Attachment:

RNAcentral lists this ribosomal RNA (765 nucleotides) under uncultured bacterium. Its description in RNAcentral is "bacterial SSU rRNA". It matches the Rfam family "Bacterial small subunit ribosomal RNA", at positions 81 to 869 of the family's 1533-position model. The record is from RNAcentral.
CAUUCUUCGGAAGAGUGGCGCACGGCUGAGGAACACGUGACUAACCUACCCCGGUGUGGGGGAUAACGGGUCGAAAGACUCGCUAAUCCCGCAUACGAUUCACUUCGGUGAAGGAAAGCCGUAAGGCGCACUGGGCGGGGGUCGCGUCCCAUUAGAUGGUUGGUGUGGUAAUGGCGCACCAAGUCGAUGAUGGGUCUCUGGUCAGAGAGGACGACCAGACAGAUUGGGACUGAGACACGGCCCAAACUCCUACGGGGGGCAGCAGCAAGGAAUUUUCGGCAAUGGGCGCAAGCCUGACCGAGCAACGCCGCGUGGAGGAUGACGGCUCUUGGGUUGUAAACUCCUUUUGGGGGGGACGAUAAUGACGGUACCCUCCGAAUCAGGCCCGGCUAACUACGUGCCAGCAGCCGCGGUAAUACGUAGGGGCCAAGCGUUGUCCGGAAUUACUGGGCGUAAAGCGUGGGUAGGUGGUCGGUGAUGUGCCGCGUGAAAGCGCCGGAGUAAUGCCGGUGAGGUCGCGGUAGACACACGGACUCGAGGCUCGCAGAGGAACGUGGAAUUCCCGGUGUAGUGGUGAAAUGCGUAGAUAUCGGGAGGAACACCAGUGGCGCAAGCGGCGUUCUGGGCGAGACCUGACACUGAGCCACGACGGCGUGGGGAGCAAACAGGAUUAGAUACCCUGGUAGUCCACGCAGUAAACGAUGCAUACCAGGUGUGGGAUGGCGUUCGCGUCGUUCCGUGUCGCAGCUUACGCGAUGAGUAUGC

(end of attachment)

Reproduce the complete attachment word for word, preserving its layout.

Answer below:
RNAcentral lists this ribosomal RNA (765 nucleotides) under uncultured bacterium. Its description in RNAcentral is "bacterial SSU rRNA". It matches the Rfam family "Bacterial small subunit ribosomal RNA", at positions 81 to 869 of the family's 1533-position model. The record is from RNAcentral.
CAUUCUUCGGAAGAGUGGCGCACGGCUGAGGAACACGUGACUAACCUACCCCGGUGUGGGGGAUAACGGGUCGAAAGACUCGCUAAUCCCGCAUACGAUUCACUUCGGUGAAGGAAAGCCGUAAGGCGCACUGGGCGGGGGUCGCGUCCCAUUAGAUGGUUGGUGUGGUAAUGGCGCACCAAGUCGAUGAUGGGUCUCUGGUCAGAGAGGACGACCAGACAGAUUGGGACUGAGACACGGCCCAAACUCCUACGGGGGGCAGCAGCAAGGAAUUUUCGGCAAUGGGCGCAAGCCUGACCGAGCAACGCCGCGUGGAGGAUGACGGCUCUUGGGUUGUAAACUCCUUUUGGGGGGGACGAUAAUGACGGUACCCUCCGAAUCAGGCCCGGCUAACUACGUGCCAGCAGCCGCGGUAAUACGUAGGGGCCAAGCGUUGUCCGGAAUUACUGGGCGUAAAGCGUGGGUAGGUGGUCGGUGAUGUGCCGCGUGAAAGCGCCGGAGUAAUGCCGGUGAGGUCGCGGUAGACACACGGACUCGAGGCUCGCAGAGGAACGUGGAAUUCCCGGUGUAGUGGUGAAAUGCGUAGAUAUCGGGAGGAACACCAGUGGCGCAAGCGGCGUUCUGGGCGAGACCUGACACUGAGCCACGACGGCGUGGGGAGCAAACAGGAUUAGAUACCCUGGUAGUCCACGCAGUAAACGAUGCAUACCAGGUGUGGGAUGGCGUUCGCGUCGUUCCGUGUCGCAGCUUACGCGAUGAGUAUGC